Soon, the two realise that their fates are linked, and that they are destined to change the Empire.

6. As Long As the Lemon Trees Grow – Zoulfa Katouh

As Long As the Lemon Trees Grow by Zoulfa Katouh

Set in Syria during the Civil War, As Long As the Lemon Trees Grow is a beautiful yet devastating tale of love, loss, and hope. Once a pharmacy student, Salama Kasab now spends her days saving lives at a hospital in Homs. Caught between her duty to help people in Syria and her desire to live, Salama crosses paths with a boy from her past.

Together, the two must navigate their lives in a war-torn city, and find hope amidst the chaos.

7. The God of Small Things – Arundhati Roy

Set in the Indian province of Kerala, this story centres around the lives of twins, Estha and Rahel. Alternating between their childhood and adolescent lives, The God of Small Things explores the dynamics of their family, social taboos, and consequences of breaking societal norms.

The rich tale delves into tragic events that shaped their upbringing, and the lasting impact these events have on their lives, traversing caste, forbidden relationships, and the impact of the past.

For the Muslim Romantics:

8. Love from A to Z – SK Ali

Love from A to Z by SK Ali

After an Islamophobic incident at her school, High School student Zayneb is suspended and sent to stay with her relatives in Qatar over the upcoming holidays. While on her travels, a chance encounter with a mysterious boy named Adam transforms her visit into the most profound and life-altering experience. Adam, who has recently been diagnosed with multiple sclerosis, is keeping his diagnosis a secret from his father.

Together, the two navigate the marvels and oddities of their lives, and the unexpected romance that blooms. Despite having all the elements of an adorably authentic halal meet-cute about first love, this story explores deeper themes of health issues, racism, and islamophobia.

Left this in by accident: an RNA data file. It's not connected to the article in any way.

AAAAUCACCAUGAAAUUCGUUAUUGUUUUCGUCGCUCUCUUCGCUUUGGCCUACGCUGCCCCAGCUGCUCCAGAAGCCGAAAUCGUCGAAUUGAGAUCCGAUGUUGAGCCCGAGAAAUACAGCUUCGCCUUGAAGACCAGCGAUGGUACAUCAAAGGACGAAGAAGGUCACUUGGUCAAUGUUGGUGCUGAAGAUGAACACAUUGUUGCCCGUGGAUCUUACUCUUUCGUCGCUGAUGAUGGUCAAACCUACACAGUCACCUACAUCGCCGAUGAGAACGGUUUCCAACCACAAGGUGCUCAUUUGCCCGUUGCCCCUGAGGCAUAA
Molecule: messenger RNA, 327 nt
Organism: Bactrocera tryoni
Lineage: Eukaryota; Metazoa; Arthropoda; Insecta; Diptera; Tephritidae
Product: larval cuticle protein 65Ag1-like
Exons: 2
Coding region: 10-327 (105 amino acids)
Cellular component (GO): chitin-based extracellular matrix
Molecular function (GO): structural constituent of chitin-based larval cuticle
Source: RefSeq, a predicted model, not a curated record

9. Courting Samira – Amal Awad

Set in Toronto, Samira is a 27-year-old Canadian-Palestinian woman who loves the Princess Bride and works for a Bridal magazine. Her parents are on a mission to find her a husband, subjecting Samira to a range of suitors, or as she calls them, “doorknock appeals”. When she runs into the charming Menem one day at a work retreat, Samira finds herself caught in an unexpected love triangle.

Entangled in the frenzy of her cousin’s wedding, a demanding job, and her parent’s imminent pressure to find her “the one”, Samira realises it’s time to take things into her own hands.

10. Finding Mr. Perfectly Fine – Tasneem Abdur-Rashid

A hilarious rom-com that against the vibrant backdrop of London, “Finding Mr. Perfectly Fine” follows the story of Zara, a British Bengali woman whose mum has given her a year to get engaged. Exposed to a barrage of marriage profiles, dating apps, and singles’ events, Zara begins to wonder whether Mr. Perfectly Fine has been in her midst all along.

This story is a fun, light-hearted read with distinct Bridget Jones vibes, an overarching theme of South Asian culture.

Have some books you would add to our list? Let us know in the comments below! 👇

Amina MWRC is a Scottish Registered Charity Organisation offering a free dedicated helpline service, employability support, creative wellbeing, and prevention of violence against women and girls projects. Our services are open to all Muslim & BME women in Scotland. Read our latest report on In-Law Abuse in Scotland here. Follow us on Instagram, Facebook, or Twitter to find out more about our upcoming events!